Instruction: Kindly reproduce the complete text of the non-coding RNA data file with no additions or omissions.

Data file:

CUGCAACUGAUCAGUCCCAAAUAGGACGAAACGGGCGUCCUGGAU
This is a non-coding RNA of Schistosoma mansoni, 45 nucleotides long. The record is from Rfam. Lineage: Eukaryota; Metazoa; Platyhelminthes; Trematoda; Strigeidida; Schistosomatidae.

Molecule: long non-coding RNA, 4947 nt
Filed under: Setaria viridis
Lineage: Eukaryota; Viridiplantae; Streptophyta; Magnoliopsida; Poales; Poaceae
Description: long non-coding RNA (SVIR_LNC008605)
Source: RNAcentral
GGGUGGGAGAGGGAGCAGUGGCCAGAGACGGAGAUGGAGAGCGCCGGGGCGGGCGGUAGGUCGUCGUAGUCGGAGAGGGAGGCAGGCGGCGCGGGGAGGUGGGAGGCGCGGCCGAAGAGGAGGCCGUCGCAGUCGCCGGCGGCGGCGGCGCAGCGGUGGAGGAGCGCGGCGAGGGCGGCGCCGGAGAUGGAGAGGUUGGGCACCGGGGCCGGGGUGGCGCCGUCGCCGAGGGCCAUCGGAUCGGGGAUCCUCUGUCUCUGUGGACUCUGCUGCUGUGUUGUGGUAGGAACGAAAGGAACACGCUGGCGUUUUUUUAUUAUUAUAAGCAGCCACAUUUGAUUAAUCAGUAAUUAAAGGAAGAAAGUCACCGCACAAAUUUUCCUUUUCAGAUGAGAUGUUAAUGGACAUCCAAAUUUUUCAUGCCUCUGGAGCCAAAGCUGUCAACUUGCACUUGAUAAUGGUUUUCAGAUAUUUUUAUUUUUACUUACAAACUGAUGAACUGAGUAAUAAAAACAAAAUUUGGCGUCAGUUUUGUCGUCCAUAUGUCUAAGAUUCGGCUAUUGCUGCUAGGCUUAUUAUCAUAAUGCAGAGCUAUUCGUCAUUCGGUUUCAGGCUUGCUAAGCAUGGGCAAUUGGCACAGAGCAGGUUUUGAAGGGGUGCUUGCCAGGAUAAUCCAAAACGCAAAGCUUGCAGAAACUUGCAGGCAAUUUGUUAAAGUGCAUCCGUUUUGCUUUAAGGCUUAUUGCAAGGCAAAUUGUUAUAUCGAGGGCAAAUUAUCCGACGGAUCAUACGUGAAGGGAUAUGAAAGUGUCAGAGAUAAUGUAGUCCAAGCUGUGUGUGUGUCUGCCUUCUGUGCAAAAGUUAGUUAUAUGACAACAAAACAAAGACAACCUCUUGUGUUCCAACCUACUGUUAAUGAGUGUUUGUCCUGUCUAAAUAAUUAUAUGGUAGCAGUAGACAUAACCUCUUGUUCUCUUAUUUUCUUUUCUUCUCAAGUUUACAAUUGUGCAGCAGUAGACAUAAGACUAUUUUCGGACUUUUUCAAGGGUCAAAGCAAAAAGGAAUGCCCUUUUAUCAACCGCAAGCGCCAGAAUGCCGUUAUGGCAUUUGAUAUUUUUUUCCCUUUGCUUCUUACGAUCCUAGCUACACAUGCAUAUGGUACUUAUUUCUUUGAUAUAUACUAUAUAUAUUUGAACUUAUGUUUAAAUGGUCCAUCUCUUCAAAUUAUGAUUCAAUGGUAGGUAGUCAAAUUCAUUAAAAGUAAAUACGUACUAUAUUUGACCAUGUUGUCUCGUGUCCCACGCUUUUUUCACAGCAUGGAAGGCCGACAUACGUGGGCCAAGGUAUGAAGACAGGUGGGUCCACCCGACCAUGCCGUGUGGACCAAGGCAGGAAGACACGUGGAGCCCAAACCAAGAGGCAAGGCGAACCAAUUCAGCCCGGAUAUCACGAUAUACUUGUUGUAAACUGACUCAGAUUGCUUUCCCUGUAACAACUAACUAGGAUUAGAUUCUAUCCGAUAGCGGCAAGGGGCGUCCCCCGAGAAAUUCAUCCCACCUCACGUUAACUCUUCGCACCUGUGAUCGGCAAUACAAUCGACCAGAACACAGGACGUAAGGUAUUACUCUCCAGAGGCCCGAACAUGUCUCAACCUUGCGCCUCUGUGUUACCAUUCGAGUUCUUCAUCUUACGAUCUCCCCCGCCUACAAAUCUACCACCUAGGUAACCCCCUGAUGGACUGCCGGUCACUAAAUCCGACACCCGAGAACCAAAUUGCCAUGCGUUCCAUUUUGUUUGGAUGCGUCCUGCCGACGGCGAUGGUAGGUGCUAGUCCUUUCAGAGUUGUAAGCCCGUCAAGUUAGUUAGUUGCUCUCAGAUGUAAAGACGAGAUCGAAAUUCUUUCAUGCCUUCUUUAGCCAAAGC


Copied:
CUGCAACUGAUCAGUCCCAAAUAGGACGAAACGGGCGUCCUGGAU
This is a non-coding RNA of Schistosoma mansoni, 45 nucleotides long. The record is from Rfam. Lineage: Eukaryota; Metazoa; Platyhelminthes; Trematoda; Strigeidida; Schistosomatidae.

Molecule: long non-coding RNA, 4947 nt
Filed under: Setaria viridis
Lineage: Eukaryota; Viridiplantae; Streptophyta; Magnoliopsida; Poales; Poaceae
Description: long non-coding RNA (SVIR_LNC008605)
Source: RNAcentral
GGGUGGGAGAGGGAGCAGUGGCCAGAGACGGAGAUGGAGAGCGCCGGGGCGGGCGGUAGGUCGUCGUAGUCGGAGAGGGAGGCAGGCGGCGCGGGGAGGUGGGAGGCGCGGCCGAAGAGGAGGCCGUCGCAGUCGCCGGCGGCGGCGGCGCAGCGGUGGAGGAGCGCGGCGAGGGCGGCGCCGGAGAUGGAGAGGUUGGGCACCGGGGCCGGGGUGGCGCCGUCGCCGAGGGCCAUCGGAUCGGGGAUCCUCUGUCUCUGUGGACUCUGCUGCUGUGUUGUGGUAGGAACGAAAGGAACACGCUGGCGUUUUUUUAUUAUUAUAAGCAGCCACAUUUGAUUAAUCAGUAAUUAAAGGAAGAAAGUCACCGCACAAAUUUUCCUUUUCAGAUGAGAUGUUAAUGGACAUCCAAAUUUUUCAUGCCUCUGGAGCCAAAGCUGUCAACUUGCACUUGAUAAUGGUUUUCAGAUAUUUUUAUUUUUACUUACAAACUGAUGAACUGAGUAAUAAAAACAAAAUUUGGCGUCAGUUUUGUCGUCCAUAUGUCUAAGAUUCGGCUAUUGCUGCUAGGCUUAUUAUCAUAAUGCAGAGCUAUUCGUCAUUCGGUUUCAGGCUUGCUAAGCAUGGGCAAUUGGCACAGAGCAGGUUUUGAAGGGGUGCUUGCCAGGAUAAUCCAAAACGCAAAGCUUGCAGAAACUUGCAGGCAAUUUGUUAAAGUGCAUCCGUUUUGCUUUAAGGCUUAUUGCAAGGCAAAUUGUUAUAUCGAGGGCAAAUUAUCCGACGGAUCAUACGUGAAGGGAUAUGAAAGUGUCAGAGAUAAUGUAGUCCAAGCUGUGUGUGUGUCUGCCUUCUGUGCAAAAGUUAGUUAUAUGACAACAAAACAAAGACAACCUCUUGUGUUCCAACCUACUGUUAAUGAGUGUUUGUCCUGUCUAAAUAAUUAUAUGGUAGCAGUAGACAUAACCUCUUGUUCUCUUAUUUUCUUUUCUUCUCAAGUUUACAAUUGUGCAGCAGUAGACAUAAGACUAUUUUCGGACUUUUUCAAGGGUCAAAGCAAAAAGGAAUGCCCUUUUAUCAACCGCAAGCGCCAGAAUGCCGUUAUGGCAUUUGAUAUUUUUUUCCCUUUGCUUCUUACGAUCCUAGCUACACAUGCAUAUGGUACUUAUUUCUUUGAUAUAUACUAUAUAUAUUUGAACUUAUGUUUAAAUGGUCCAUCUCUUCAAAUUAUGAUUCAAUGGUAGGUAGUCAAAUUCAUUAAAAGUAAAUACGUACUAUAUUUGACCAUGUUGUCUCGUGUCCCACGCUUUUUUCACAGCAUGGAAGGCCGACAUACGUGGGCCAAGGUAUGAAGACAGGUGGGUCCACCCGACCAUGCCGUGUGGACCAAGGCAGGAAGACACGUGGAGCCCAAACCAAGAGGCAAGGCGAACCAAUUCAGCCCGGAUAUCACGAUAUACUUGUUGUAAACUGACUCAGAUUGCUUUCCCUGUAACAACUAACUAGGAUUAGAUUCUAUCCGAUAGCGGCAAGGGGCGUCCCCCGAGAAAUUCAUCCCACCUCACGUUAACUCUUCGCACCUGUGAUCGGCAAUACAAUCGACCAGAACACAGGACGUAAGGUAUUACUCUCCAGAGGCCCGAACAUGUCUCAACCUUGCGCCUCUGUGUUACCAUUCGAGUUCUUCAUCUUACGAUCUCCCCCGCCUACAAAUCUACCACCUAGGUAACCCCCUGAUGGACUGCCGGUCACUAAAUCCGACACCCGAGAACCAAAUUGCCAUGCGUUCCAUUUUGUUUGGAUGCGUCCUGCCGACGGCGAUGGUAGGUGCUAGUCCUUUCAGAGUUGUAAGCCCGUCAAGUUAGUUAGUUGCUCUCAGAUGUAAAGACGAGAUCGAAAUUCUUUCAUGCCUUCUUUAGCCAAAGC